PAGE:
BANDERA 100K – January 11, 2014 – Bandera, TX
In contrast to PHUNT, Bandera was run under perfect conditions. Again let me remind you that this race was Kino’s fault #kinosfault. I don’t really get nervous for races anymore unless they are 100 milers. Those still make me anxious but this 100k had me worried. Would I be able to handle such a difficult course? In addition, some of the best trail runners in the country would be there. How would I stack up to these runners? What if my knee acts up again? I can handle it for a 50k (PHUNT took 6 hours 45 minutes in the snow to complete), but twice that distance? Would I have my first DNF?
In San Antonio, the night before, we meet Kino’s roommate Evy Gonzales at their friend, Edgar Gonzalez’s (no relation, this is Texas) running store called We Run San Antonio. We hung out in the store lounging on the couch and drinking seltzer. “OK” I think, maybe this race won’t be so bad. Edgar warns us about the Texas Sotol. Aloe plant-looking cactus, whose tiny needles cut your skin ever so gently without you noticing until you see the blood on your legs. They line the course at Bandera. OK, this I can deal with but I don’t think I can handle another bad race, another race I want to end as soon as it starts, another race where I don’t perform as well as I want to. I decided then and there that this was going be a good race. I was going to do my best and have fun doing it, whatever the outcome. Any ultra runner will tell you that during an ultra it’s mostly mental, so why couldn’t I use that same ultra mentality I try to use during the race before the race?
Race morning. I awake at 4am in the Gonzales household in San Antonio with less than 4 hours of sleep (after the previous night of only 2 hours of sleep). Evy, Kino and I throw all of our stuff in the car and head out to Bandera, one hour away. Kino and I had decided our best case scenario would be to aim to finish in 14 hours. At the very least we would aim for under 16 hours which would be a Western States qualifier. We arrive at the Hill Country State Nature Preserve in Bandera in darkness. We happened to park right next to Kino’s friend Chikara Omine who placed 2nd Overall in 2010 at Bandera. (SPOILER ALERT: he will place third this year!) I fumble around in the car for the right gear for what seems like forever. We make our way to packet pickup. The sky grows a bit lighter as it reminds me that the 7:30am start time is growing closer. I have to pee badly, but there is no time because I have to put on not one, but two bibs! Are you kidding me? One is my bib number 88, the other bib was to be worn on my back to let other runners know what age division I was in, as Bandera was also the USATF National Trail 100k Championship race this year. Once again Kino and I find ourselves scrambling last minute to get somewhere, the start line. It’s 7:29am as we line up in the back of the pack. Bandera starts right on time, but I still have to pee! As the 254 other 100k runners take off into the trails I stop at the porta potty and so does Kino. When we emerge seconds later and run towards the pack in dead last place! We pick off the slower runners very quickly at first until I remind Kino this is a 62 mile race and we had agreed our strategy would be finish the first 50k loop feeling good.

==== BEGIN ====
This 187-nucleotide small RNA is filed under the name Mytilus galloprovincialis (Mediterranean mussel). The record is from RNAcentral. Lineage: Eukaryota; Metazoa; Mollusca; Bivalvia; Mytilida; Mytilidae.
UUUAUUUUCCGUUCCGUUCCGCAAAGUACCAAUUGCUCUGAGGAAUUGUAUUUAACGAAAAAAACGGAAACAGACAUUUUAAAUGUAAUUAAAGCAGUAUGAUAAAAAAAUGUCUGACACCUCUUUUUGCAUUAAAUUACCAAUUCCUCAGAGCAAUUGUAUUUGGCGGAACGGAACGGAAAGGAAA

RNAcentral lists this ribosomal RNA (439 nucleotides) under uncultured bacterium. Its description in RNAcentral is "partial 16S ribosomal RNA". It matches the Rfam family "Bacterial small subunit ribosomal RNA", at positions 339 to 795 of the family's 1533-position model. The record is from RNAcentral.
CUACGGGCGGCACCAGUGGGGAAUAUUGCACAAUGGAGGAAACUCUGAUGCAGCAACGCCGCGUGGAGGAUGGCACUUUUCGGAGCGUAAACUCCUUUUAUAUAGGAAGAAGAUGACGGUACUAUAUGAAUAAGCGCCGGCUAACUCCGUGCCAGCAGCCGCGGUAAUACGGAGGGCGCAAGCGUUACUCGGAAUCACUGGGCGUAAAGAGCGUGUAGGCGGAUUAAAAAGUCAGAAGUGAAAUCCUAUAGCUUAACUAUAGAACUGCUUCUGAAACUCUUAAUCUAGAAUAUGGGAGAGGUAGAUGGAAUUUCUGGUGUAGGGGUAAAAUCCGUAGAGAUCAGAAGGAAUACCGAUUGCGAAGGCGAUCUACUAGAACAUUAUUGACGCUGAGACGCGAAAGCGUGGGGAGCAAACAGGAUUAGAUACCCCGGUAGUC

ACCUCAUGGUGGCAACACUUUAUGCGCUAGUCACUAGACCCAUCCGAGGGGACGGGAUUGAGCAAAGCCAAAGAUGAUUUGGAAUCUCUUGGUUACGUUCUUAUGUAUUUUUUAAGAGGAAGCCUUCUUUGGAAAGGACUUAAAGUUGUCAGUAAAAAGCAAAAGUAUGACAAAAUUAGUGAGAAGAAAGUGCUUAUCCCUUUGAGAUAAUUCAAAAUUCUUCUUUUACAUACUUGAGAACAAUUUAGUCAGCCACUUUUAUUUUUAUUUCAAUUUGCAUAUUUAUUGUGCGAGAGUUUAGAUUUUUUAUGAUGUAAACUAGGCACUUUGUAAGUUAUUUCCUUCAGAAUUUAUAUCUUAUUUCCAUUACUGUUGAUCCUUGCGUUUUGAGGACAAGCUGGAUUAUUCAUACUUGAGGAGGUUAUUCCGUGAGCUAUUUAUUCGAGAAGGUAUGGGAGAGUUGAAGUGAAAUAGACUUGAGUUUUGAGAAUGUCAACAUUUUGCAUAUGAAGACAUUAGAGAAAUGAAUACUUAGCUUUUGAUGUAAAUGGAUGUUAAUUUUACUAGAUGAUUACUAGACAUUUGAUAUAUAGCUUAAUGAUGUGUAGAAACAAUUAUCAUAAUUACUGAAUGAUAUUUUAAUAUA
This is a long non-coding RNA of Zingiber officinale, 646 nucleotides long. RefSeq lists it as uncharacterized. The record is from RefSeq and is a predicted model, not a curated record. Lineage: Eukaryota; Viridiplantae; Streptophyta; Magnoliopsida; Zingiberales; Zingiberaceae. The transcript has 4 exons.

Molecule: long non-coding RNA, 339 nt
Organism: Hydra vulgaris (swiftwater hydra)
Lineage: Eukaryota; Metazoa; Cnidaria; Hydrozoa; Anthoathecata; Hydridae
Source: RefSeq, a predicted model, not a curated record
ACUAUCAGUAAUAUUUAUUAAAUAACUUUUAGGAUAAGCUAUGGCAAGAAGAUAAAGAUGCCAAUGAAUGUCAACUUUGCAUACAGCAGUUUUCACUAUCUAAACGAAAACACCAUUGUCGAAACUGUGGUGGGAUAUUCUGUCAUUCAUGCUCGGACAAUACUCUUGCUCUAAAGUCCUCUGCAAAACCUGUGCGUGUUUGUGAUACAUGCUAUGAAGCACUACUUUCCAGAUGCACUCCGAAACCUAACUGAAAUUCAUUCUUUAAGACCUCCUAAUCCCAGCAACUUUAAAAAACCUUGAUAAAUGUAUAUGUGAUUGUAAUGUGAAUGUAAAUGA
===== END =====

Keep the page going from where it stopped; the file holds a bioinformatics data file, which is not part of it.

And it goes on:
I’m not sure at what point exactly, but I remember thinking early on that this was truly going to be that awesome race. I was trying to will it to be. I felt good. The scenery was beautiful, the weather was perfect, I was in good company and what do you know, I was having the time of my life! Kino and I super hiked the ups. He flew down the descents and in contrast I gingerly tip toed my way down. Note to self: become a better trail runner. Work on my downhill technique and hills. On the flats, I would catch up to him as the heat started to get to Kino. He hung in there as we finished our first 50k loop in 6:08. We noticed we would pass runners, only to be passed by them again at an aid station. We decided we needed to try to be quicker at the aid stations. Twelve minutes later, we head out on our second loop (eh, we said "try"). We had 7 hours and 40 minutes to finish our last lap. I felt so good leaving on that second lap, like I was starting out fresh. I thought, for sure, a 14 hour finish was in the bag.